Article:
10 tracks, 50 minutes
Five fabulous exponents of the button box, this groups spans Europe from Finland to France, Ireland to Italy, and also Belgium for some reason. Kicking off with a track of accordion weirdness recalling Martin Green’s compositions, Accordion Samurai flows through French folk dances, Zydeco rhythms a la Boozoo Chavis, Irish hornpipes and reels, Italian renaissance rock, Balkan and Scandinavian sounds, and sultry southern European street music.
The Irish input comes from sparky squeezebox supremo Dave Munnelly. Known as the gullet from Belmullet - something like that, anyway - Mayo man Dave plays his own Blind Harbour and the traditional Carty’s Reel before a bravura performance of Eleanor Neary’s Hornpipe. He’s joined by various other box men: each track here is fronted by one or two Samurai, with some or all of the others playing back-up boxes. The accordion is not an instrument for the shy retiring type of musician, and this recording has more than its fair share of moments of madness, some verging on the genius of Esquivel. Take for instance the discordant harmonies on Eleanor Neary’s, stepping straight out of ’50’s B movie scores, evoking aliens and monsters and things that go diddly in the night.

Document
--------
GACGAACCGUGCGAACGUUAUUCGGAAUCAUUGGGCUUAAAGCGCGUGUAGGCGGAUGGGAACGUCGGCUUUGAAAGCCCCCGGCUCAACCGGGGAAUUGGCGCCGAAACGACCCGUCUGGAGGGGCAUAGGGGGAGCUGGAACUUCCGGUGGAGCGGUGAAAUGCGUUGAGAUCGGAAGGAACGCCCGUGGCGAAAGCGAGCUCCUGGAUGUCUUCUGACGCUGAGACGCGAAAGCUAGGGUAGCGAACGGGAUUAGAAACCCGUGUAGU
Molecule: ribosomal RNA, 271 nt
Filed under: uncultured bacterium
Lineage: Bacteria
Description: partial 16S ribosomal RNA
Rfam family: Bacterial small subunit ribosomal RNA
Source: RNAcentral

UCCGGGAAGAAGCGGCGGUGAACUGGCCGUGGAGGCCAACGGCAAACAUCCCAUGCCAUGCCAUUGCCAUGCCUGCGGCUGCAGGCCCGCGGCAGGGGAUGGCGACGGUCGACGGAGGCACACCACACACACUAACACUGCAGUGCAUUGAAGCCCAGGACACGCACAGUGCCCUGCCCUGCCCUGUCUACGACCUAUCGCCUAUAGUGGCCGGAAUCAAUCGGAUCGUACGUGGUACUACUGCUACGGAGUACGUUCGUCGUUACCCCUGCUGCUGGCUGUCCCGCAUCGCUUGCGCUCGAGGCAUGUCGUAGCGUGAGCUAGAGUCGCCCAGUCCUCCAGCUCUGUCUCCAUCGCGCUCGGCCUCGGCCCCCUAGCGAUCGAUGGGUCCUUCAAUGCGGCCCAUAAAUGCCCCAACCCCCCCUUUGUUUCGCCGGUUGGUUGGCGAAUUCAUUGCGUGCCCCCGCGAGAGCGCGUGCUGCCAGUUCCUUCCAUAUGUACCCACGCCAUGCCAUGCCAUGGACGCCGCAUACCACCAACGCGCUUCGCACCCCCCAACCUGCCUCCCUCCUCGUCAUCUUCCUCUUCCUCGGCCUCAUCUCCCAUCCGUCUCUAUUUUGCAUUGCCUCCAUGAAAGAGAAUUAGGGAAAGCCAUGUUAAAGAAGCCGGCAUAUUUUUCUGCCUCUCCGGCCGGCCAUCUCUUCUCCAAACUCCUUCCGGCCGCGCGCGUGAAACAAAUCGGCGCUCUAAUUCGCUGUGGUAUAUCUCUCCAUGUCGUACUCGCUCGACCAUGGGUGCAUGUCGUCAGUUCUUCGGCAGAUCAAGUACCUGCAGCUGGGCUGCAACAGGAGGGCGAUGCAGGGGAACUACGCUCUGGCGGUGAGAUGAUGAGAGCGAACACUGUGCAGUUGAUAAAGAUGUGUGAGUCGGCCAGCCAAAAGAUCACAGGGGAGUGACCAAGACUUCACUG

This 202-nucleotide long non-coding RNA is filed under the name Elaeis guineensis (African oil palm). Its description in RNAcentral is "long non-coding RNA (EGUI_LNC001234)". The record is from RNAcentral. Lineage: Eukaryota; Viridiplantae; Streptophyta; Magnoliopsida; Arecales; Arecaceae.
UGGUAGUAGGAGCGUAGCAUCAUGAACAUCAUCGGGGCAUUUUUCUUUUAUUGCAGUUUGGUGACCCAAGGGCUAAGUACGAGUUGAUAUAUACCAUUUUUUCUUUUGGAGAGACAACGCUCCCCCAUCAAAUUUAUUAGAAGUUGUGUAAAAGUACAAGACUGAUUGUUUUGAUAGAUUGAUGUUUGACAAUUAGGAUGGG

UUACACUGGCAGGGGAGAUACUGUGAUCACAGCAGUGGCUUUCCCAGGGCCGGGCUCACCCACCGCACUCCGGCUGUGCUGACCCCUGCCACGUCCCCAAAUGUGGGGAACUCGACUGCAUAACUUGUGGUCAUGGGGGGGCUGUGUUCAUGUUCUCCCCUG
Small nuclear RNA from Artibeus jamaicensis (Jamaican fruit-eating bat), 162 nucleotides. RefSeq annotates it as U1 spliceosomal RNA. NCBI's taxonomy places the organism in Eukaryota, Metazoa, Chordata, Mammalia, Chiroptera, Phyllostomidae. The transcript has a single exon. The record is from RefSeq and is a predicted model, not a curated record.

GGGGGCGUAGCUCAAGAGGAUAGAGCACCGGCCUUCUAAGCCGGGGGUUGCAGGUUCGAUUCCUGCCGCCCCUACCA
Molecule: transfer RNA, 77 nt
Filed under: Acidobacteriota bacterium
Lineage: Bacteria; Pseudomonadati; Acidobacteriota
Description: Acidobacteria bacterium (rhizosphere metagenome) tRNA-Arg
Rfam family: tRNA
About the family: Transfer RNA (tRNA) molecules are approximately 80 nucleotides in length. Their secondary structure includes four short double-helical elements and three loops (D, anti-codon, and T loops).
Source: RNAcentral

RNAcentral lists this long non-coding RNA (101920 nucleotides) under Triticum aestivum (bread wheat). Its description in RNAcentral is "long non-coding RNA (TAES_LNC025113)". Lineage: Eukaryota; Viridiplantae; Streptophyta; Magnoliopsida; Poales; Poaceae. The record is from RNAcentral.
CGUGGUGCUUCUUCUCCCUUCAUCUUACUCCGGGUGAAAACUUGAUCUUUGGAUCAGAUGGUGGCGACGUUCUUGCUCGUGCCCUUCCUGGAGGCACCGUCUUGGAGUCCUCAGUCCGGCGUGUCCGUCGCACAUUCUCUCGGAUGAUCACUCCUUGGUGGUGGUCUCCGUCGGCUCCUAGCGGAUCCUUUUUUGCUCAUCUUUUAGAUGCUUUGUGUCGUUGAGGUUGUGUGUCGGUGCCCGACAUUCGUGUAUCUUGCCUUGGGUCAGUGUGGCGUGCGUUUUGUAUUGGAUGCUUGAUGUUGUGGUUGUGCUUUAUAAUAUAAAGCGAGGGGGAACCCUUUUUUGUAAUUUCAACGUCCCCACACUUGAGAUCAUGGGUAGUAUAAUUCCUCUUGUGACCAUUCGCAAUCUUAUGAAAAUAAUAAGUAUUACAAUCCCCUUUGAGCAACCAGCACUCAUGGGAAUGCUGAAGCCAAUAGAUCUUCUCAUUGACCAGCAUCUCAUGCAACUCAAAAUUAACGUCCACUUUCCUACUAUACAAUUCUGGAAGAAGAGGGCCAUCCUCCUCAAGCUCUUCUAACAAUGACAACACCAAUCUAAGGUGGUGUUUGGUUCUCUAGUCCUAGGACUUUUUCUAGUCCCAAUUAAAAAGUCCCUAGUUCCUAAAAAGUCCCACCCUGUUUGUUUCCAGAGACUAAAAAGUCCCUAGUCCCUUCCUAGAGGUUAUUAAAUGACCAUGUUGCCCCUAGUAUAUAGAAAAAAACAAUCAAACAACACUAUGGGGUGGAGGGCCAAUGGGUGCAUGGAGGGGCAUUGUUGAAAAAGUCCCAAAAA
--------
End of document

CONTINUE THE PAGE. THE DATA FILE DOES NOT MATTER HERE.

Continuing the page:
Munnelly’s music is fine and dandy, especially dressed up in the trappings of continental accordion mayhem, but my favourite tracks here range further afield. The lovely crisp notes of Le Grand Cèdre pay homage to great Québecois maestros such as Philippe Bruneau and Tommy Duchesne. The traditional French De Delay Lo Ribatel has the lyrical charm of a waltz coupled with the drive of a bourree. Reel Finlandia, by Finnish youngster Markku Lepisto, is just loads of fun. The aptly named Last Waltz shows surprising delicacy from this quirky quintet, ending an intriguing album, which displays remarkable breadth and depth from a single instrument.
Accordion fans will love this, of course, and I think the rest of you will find plenty to enjoy here. If not, be thankful there’s only five of them.
Recensione di "Madreperla" sulla rivista tedesca Folker |